Jesse Stone comes out of involuntary retirement after the sheriff who replaced him exploded in their police car. The other officers Jesse worked with have left the department so he is forced to solve the crime on his own.
Monte Walsh and Chet Rollins are long-time cowhands, working whatever ranch work comes their way, but "nothing they can't do from a horse." Their lives are divided between months on the ... See full summary »
A dramatization of the 90 days leading up to Operation Overlord, the Allied invasion of Normandy, and how General Dwight Eisenhower, against all odds, brilliantly orchestrated the most important military maneuver in modern history.
As America recovers from the Civil War, one man tries to put the pieces of his life back together but finds himself fighting a new battle on the frontier. Cable is an embittered Confederate... See full summary »
Jimmie Rainwood was minding his own business when two corrupt police officers (getting an address wrong) burst into his house, expecting to find a major drug dealer. Rainwood is shot, and ... See full summary »
F. Murray Abraham,
When the man who replaced Jesse as Paradise Police Chief was killed when his car exploded. So Jesse is asked to return and he does. So he goes to the crime scene and there's evidence leads people to believe that the man may have been corrupt. And Jesse who didn't like him because he took his job, says that he is allowed the benefit of the doubt. Jesse finds himself alone because Suitcase and Rose left when the other Chief was there. Jesse suspects that Hasty might know something. And a guy is following Jesse. Written by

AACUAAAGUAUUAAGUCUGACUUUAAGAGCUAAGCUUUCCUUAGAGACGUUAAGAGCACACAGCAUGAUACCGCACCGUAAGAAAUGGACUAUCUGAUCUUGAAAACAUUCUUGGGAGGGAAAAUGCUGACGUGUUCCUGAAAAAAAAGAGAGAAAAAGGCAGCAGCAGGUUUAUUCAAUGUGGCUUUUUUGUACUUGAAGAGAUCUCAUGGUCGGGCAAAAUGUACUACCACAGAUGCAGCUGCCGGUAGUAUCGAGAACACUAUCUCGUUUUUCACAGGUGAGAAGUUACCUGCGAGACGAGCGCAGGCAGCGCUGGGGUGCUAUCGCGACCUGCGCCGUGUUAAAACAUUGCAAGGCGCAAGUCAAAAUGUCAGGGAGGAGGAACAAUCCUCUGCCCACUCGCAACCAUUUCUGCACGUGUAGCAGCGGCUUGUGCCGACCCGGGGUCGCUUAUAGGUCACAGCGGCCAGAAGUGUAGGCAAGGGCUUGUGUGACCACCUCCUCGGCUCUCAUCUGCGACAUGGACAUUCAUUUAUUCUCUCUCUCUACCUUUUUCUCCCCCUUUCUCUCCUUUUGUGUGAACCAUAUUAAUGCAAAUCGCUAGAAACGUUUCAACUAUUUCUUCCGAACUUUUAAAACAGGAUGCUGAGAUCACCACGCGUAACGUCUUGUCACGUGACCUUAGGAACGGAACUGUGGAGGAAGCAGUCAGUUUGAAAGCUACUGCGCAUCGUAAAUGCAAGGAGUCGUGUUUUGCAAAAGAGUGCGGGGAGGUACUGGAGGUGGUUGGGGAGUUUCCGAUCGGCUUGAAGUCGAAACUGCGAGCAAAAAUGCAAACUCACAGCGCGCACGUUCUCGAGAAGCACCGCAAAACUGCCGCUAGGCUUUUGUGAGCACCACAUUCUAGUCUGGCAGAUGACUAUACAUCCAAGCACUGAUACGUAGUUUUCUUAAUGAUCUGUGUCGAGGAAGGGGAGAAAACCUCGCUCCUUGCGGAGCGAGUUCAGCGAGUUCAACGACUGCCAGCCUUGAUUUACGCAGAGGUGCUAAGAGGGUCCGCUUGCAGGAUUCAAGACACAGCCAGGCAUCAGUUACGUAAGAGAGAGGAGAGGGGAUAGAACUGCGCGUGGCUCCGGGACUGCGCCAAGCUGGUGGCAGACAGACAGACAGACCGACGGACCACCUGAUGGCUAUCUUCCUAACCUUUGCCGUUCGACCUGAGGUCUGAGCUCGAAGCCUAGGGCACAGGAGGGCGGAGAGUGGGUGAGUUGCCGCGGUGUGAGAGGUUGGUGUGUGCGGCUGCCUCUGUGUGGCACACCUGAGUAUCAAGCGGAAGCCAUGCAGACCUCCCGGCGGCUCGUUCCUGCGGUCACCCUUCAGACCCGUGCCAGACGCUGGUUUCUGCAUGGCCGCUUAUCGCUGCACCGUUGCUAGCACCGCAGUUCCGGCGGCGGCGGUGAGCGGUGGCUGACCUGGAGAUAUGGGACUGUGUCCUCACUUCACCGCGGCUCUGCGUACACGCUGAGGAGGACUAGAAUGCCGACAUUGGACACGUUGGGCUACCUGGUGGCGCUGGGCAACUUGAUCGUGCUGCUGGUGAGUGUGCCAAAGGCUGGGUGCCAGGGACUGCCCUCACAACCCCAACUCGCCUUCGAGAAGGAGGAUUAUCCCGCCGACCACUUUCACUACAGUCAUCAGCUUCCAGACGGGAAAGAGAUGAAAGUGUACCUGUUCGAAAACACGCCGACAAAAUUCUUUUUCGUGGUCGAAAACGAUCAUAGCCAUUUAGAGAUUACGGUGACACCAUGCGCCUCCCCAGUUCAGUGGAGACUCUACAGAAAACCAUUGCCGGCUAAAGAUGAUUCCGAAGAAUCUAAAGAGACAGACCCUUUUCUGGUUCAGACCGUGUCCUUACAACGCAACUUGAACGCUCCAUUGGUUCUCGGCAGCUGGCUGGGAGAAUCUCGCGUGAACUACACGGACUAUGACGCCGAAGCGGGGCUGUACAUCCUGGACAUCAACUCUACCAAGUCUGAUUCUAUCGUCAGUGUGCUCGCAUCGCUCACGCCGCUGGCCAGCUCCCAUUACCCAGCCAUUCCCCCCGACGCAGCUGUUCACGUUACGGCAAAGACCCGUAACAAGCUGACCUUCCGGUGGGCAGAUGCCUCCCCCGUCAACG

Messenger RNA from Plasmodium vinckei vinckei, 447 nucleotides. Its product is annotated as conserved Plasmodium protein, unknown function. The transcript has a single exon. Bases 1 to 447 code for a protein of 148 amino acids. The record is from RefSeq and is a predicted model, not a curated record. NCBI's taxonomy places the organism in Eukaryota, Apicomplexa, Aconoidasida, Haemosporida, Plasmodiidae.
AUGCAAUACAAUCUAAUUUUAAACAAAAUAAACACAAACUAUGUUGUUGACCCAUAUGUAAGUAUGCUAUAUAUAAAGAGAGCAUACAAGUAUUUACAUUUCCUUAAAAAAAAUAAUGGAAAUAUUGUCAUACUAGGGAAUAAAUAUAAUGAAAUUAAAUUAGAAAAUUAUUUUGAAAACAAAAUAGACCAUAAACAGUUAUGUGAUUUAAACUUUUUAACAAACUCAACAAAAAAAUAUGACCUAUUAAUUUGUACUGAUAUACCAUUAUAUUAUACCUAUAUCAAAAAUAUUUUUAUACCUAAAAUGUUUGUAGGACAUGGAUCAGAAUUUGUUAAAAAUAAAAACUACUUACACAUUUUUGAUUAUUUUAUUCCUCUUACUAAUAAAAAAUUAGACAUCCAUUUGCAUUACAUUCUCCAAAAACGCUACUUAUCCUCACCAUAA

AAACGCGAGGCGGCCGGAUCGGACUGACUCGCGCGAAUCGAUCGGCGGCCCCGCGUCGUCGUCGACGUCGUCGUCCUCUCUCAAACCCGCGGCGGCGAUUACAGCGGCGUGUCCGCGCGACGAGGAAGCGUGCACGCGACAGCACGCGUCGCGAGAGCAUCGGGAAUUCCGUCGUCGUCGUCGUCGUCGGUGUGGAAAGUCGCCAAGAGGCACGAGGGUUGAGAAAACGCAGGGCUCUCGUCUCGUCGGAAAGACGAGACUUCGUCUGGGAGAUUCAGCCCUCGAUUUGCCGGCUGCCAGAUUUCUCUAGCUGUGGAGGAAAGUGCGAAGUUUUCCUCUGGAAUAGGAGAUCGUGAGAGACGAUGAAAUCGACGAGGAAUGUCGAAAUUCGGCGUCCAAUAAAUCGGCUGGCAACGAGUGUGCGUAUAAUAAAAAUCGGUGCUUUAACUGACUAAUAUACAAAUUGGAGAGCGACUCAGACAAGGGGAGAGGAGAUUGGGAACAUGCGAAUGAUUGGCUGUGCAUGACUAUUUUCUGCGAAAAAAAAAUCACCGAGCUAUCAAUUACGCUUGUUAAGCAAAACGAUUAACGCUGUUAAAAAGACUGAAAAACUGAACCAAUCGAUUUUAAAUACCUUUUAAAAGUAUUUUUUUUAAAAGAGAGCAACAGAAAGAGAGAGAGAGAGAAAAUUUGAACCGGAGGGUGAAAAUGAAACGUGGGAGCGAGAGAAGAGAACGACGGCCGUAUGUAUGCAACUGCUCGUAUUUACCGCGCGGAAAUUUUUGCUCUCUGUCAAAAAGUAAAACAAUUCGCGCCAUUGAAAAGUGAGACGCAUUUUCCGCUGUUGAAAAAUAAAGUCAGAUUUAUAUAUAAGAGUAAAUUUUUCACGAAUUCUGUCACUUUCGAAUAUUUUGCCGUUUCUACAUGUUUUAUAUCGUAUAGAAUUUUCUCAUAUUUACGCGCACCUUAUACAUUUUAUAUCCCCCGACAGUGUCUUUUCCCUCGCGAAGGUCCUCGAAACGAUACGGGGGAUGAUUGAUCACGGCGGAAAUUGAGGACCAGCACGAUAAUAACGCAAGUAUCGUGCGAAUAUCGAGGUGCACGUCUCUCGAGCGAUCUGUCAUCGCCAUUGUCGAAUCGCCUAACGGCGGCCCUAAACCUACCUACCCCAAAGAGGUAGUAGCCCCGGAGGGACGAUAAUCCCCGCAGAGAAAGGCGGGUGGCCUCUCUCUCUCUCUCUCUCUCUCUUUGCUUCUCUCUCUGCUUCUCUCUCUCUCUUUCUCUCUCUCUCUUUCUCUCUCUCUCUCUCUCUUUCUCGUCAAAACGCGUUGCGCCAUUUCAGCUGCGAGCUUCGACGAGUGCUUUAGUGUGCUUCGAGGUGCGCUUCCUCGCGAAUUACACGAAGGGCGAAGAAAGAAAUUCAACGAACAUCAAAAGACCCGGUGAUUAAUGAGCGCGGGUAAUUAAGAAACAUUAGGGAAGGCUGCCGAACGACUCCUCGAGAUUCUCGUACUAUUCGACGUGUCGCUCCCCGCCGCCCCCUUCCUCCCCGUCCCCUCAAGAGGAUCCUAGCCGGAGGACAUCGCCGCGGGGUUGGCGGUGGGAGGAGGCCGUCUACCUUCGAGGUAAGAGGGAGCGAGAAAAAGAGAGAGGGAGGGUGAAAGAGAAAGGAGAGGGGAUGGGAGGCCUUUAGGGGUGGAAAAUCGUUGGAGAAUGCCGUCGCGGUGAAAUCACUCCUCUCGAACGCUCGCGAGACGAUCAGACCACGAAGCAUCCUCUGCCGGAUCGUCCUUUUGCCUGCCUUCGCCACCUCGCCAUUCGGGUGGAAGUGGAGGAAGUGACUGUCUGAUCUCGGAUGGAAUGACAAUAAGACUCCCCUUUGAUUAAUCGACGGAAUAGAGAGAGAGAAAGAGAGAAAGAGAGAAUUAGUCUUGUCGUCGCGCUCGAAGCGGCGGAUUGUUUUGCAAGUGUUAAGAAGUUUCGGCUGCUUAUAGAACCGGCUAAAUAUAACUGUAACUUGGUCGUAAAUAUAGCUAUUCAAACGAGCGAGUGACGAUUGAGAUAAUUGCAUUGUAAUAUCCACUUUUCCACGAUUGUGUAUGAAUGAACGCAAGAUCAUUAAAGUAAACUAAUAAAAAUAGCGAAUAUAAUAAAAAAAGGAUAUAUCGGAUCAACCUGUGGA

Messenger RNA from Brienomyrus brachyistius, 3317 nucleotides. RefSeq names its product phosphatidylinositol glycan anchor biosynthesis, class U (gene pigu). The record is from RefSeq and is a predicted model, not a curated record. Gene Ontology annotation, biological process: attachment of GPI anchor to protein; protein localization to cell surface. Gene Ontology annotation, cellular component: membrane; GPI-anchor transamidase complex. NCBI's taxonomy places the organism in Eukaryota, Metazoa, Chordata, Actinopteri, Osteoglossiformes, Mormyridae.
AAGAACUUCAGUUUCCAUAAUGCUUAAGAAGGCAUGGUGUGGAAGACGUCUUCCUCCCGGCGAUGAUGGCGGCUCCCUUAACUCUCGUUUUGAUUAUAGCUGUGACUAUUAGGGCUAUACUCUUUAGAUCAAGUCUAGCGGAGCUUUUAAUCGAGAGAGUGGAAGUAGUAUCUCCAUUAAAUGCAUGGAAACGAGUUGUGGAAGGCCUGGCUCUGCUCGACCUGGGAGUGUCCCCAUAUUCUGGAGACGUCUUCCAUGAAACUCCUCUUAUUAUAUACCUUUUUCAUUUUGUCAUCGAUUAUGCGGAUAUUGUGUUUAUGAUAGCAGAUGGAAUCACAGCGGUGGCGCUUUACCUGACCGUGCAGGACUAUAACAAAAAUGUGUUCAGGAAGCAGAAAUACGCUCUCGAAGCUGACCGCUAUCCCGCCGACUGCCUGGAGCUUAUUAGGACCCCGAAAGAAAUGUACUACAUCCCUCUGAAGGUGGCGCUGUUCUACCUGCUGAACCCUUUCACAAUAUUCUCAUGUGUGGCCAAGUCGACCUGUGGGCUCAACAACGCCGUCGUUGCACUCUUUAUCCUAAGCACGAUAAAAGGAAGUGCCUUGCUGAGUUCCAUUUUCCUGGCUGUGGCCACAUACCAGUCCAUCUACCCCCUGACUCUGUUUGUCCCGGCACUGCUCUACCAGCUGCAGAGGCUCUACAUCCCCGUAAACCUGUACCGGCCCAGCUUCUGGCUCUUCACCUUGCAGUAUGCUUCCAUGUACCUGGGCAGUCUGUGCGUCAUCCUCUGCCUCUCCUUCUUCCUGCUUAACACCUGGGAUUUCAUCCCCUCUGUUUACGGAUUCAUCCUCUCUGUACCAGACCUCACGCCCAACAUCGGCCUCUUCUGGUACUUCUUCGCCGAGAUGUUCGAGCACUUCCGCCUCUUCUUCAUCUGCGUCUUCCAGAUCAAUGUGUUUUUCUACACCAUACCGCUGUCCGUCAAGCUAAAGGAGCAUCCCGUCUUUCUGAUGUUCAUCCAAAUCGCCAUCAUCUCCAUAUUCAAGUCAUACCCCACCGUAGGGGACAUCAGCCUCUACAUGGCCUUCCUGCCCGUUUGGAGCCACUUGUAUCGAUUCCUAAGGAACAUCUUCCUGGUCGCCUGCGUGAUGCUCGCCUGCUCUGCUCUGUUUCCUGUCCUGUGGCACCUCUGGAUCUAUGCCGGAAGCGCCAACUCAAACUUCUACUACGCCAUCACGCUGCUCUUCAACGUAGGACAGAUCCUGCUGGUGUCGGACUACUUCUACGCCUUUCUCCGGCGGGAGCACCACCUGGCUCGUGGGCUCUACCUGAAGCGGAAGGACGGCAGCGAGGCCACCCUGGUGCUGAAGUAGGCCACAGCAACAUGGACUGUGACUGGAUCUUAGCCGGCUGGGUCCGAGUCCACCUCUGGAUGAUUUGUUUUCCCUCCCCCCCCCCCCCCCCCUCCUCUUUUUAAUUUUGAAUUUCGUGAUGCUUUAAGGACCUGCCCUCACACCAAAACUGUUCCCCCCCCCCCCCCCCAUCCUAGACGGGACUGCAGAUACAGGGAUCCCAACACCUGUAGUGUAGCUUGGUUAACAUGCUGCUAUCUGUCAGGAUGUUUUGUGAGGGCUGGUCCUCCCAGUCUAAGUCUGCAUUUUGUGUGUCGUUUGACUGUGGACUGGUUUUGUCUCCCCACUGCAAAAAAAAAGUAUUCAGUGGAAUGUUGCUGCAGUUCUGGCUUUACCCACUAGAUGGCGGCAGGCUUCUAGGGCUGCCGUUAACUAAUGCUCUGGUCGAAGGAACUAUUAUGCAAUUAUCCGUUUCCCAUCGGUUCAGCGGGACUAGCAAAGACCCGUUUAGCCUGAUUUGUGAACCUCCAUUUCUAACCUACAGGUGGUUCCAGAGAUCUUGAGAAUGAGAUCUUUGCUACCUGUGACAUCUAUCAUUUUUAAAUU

On the first episode of Magnum PI there is a Navy Ensign Healy (played by W.K. Stratton), which is the same last name of the character played by Stephen McHattie (Captain Healy). See more »
In the final minutes of the film, Arthur is pursuing Jesse on the ship with a shotgun (the "deer" rifle that had been in Arthur's trunk). As the pursuit continues, Arthur no longer has the shotgun, and is inexplicably firing a gun instead. See more »
In my opinion, the story was underwritten, because considerable time was given over to the main character doing very routine things (presumably just to kill the film's allotted time). Context was a problem too. Unless people had watched every previous episode of the Jesse Stone collection, he or she would have a difficult time sorting out some of the characters and their motivations. The acting performances were pretty routine, with very occasional exceptions. The car dealer on the town council was more of a caricature that a character, in my opinion. A number of the conversations that occurred in the film were pretty much pointless, as they contributed nearly nothing to the story's development. I had the feeling that this movie was made solely to fill a TV time slot and that cinematic excellence wasn't even a consideration.
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